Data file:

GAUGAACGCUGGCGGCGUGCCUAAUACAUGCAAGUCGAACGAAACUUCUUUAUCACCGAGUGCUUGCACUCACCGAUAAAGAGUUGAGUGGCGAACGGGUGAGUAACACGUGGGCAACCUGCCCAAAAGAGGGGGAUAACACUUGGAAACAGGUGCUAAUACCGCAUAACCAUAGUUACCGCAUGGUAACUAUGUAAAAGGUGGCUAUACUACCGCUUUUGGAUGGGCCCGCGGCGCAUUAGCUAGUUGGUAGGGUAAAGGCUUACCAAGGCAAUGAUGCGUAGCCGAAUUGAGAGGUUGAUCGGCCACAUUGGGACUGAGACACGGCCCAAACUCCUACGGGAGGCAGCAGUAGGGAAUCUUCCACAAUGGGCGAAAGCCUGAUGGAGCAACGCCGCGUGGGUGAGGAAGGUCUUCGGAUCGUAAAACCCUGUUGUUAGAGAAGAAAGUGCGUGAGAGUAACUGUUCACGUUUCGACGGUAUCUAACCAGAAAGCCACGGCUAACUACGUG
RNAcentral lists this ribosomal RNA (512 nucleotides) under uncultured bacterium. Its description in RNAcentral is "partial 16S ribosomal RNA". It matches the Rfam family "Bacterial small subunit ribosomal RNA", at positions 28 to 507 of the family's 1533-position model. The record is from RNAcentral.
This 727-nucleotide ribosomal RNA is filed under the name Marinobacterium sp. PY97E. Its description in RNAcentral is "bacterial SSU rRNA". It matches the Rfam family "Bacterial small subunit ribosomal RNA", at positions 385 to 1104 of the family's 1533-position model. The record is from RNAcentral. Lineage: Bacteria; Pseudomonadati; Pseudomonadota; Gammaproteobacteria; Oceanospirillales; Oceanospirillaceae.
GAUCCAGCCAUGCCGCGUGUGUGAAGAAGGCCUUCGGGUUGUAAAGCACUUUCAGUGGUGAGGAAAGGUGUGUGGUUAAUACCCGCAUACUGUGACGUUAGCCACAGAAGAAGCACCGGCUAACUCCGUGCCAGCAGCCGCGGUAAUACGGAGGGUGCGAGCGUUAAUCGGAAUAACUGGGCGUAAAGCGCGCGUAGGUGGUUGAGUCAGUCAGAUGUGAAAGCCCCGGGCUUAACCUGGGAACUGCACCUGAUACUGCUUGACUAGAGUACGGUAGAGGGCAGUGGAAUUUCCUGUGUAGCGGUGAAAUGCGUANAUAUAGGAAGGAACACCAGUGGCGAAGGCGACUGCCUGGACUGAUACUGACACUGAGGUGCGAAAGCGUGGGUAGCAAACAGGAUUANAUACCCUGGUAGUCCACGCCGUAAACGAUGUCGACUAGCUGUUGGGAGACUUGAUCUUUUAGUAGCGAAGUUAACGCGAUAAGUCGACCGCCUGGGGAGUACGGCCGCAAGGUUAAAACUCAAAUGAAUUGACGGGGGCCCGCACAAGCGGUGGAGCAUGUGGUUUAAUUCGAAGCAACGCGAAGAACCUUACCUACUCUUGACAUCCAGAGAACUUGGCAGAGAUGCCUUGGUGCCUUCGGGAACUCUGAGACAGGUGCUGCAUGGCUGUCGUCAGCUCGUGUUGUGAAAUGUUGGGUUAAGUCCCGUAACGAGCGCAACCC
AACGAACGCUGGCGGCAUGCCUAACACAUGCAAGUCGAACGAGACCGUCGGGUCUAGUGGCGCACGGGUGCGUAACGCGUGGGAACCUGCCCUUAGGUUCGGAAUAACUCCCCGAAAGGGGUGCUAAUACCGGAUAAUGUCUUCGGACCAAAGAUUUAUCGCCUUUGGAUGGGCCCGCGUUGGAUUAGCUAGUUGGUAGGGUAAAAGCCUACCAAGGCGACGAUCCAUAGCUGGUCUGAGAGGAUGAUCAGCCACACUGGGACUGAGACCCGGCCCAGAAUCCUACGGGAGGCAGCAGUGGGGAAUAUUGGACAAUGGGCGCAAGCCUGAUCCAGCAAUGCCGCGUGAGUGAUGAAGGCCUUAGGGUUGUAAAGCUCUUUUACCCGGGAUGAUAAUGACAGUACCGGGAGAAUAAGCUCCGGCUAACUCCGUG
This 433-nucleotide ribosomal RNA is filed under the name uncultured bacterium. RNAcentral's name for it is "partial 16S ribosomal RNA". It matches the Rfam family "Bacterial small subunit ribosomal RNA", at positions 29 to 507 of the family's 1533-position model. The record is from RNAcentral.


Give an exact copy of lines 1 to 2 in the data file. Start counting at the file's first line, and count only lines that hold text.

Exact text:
GAUGAACGCUGGCGGCGUGCCUAAUACAUGCAAGUCGAACGAAACUUCUUUAUCACCGAGUGCUUGCACUCACCGAUAAAGAGUUGAGUGGCGAACGGGUGAGUAACACGUGGGCAACCUGCCCAAAAGAGGGGGAUAACACUUGGAAACAGGUGCUAAUACCGCAUAACCAUAGUUACCGCAUGGUAACUAUGUAAAAGGUGGCUAUACUACCGCUUUUGGAUGGGCCCGCGGCGCAUUAGCUAGUUGGUAGGGUAAAGGCUUACCAAGGCAAUGAUGCGUAGCCGAAUUGAGAGGUUGAUCGGCCACAUUGGGACUGAGACACGGCCCAAACUCCUACGGGAGGCAGCAGUAGGGAAUCUUCCACAAUGGGCGAAAGCCUGAUGGAGCAACGCCGCGUGGGUGAGGAAGGUCUUCGGAUCGUAAAACCCUGUUGUUAGAGAAGAAAGUGCGUGAGAGUAACUGUUCACGUUUCGACGGUAUCUAACCAGAAAGCCACGGCUAACUACGUG
RNAcentral lists this ribosomal RNA (512 nucleotides) under uncultured bacterium. Its description in RNAcentral is "partial 16S ribosomal RNA". It matches the Rfam family "Bacterial small subunit ribosomal RNA", at positions 28 to 507 of the family's 1533-position model. The record is from RNAcentral.